Along that line of thought, the US should de-securitize its understanding of technology. It’s counterproductive to perceive of technological developments in a paranoid fashion by imagining that China’s cutting-edge advances are part of a secret plot to steal information and destabilize the world. This makes its restrictions on Huawei and other Chinese tech companies ridiculous. While some nefarious actors could indeed abuse technology just like they can abuse anything else as long as they have the negative intent to do so, China as a state has no such motivations. American companies should freely compete with their Chinese counterparts in order to encourage one another to continue making rapid technological developments in humanity’s interests.

With an eye on technological and trade cooperation instead of military competition and fearmongering, the US might then decide to redeploy some of its troops from the Asia-Pacific back to the American homeland, perhaps to help with their new government’s campaign against domestic extremism. They could also be put to better use contributing to UN peacekeeping operations instead of raising regional tensions in the South China Sea. The American military might also decide to focus more on training for disaster responses, including those that are worsened by climate change, as well as responding to COVID-19 and future pandemics. With the proper paradigm change of thought, a whole new range of opportunities emerges for US and its military.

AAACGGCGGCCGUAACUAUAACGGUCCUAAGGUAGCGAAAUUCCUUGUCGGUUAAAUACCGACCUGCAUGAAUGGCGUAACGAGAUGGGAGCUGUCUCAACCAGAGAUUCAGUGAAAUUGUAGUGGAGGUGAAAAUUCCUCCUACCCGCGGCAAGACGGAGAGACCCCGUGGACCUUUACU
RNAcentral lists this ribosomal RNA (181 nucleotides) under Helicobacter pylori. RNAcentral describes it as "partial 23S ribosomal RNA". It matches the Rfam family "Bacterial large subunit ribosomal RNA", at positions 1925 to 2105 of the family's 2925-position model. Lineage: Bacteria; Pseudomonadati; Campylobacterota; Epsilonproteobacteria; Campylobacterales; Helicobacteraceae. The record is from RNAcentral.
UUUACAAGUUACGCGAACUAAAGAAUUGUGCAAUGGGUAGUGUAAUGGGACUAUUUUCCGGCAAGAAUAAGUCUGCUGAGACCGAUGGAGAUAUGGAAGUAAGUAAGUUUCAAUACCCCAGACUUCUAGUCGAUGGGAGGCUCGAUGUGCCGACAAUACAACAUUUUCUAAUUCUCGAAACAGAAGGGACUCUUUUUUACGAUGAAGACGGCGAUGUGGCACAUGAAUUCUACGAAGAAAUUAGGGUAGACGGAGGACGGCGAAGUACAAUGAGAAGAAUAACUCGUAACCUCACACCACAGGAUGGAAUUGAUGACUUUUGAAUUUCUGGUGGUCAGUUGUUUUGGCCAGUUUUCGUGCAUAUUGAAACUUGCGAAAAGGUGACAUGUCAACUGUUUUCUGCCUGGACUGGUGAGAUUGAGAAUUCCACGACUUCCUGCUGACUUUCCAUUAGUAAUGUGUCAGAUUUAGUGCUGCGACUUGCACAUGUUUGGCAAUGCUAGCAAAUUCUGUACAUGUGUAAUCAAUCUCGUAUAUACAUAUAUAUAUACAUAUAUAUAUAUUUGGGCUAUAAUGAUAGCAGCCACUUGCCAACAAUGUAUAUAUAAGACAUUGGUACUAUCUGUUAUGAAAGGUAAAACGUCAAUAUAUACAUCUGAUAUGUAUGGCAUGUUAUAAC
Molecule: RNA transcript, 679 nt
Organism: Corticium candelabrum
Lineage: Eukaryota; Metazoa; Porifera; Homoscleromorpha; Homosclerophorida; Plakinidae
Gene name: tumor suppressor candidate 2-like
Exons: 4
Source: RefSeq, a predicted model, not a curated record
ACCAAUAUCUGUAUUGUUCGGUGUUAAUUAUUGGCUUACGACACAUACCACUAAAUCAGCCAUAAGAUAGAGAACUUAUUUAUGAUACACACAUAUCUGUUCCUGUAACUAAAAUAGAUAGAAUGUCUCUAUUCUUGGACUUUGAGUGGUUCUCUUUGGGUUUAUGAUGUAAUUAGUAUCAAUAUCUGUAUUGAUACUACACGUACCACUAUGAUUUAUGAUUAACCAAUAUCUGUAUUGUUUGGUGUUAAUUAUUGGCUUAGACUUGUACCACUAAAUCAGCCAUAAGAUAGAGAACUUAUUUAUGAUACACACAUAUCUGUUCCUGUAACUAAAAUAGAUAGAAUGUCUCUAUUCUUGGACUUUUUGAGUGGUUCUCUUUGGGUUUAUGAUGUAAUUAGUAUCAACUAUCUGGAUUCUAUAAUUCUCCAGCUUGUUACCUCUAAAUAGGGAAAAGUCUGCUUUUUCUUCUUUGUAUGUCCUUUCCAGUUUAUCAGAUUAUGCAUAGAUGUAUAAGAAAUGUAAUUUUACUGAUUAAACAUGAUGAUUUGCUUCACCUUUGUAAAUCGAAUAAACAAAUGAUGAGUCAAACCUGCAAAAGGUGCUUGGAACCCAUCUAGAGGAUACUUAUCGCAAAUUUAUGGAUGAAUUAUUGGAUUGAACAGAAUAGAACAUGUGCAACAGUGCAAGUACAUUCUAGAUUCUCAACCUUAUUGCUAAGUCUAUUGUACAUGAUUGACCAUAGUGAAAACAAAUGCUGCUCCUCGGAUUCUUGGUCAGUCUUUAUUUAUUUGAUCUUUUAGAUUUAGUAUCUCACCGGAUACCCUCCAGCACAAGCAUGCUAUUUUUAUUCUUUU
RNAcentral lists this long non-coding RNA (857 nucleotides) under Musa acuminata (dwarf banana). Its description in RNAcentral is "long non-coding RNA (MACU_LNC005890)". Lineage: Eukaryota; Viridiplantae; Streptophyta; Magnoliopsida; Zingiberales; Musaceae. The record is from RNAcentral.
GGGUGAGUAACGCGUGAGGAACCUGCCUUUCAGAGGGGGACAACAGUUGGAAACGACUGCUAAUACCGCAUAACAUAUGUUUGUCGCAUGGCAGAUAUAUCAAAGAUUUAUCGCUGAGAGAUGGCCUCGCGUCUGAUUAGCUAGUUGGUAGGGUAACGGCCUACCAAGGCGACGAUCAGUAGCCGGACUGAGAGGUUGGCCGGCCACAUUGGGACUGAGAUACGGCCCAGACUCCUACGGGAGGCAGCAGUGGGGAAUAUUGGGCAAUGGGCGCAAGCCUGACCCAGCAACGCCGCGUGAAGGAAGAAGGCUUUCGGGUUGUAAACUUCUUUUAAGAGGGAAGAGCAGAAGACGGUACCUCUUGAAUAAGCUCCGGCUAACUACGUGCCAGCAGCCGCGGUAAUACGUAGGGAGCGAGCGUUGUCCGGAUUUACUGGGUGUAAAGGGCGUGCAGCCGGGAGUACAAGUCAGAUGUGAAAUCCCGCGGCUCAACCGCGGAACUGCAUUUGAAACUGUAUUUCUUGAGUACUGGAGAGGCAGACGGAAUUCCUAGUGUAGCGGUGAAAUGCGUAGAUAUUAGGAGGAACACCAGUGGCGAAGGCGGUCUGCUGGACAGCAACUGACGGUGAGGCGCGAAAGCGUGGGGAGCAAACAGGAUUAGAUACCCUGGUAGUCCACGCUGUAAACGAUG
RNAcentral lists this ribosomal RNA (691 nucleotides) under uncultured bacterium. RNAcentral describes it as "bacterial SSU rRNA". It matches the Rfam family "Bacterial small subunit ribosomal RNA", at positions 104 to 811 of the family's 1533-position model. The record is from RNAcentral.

Of course, this analysis is admittedly optimistic and it’s taken for granted that not all of the proposals will be implemented, if any, but now’s the time to think outside of the box as the US officially reviews the whole gamut of its China strategy. The world of 2021 isn’t anything like it was 12 months ago, let alone four years ago when former President Trump first entered office. Everything has changed so drastically, so it follows that the US’ military strategy towards China should aso change accordingly with the circumstances. Now’s the perfect moment for the US to correct its prior mistakes and make up for lost time. The onus is entirely on President Biden, and history will judge him just like it did his predecessor depending on the fateful choices that he makes.

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By Andrew Korybko

American political analyst

Tags: US, China, Biden, Xi.


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Biden’s Envisioned ‘Extreme Competition’ With China Is Very Bad

12 FEBRUARY 2021

Biden

If Biden really knew President Xi as well as he thought, then he wouldn’t have taken their countries’ “extreme competition” for granted. In fact, one doesn’t even have to know the Chinese leader personally to be aware that this is the wrong conclusion to make.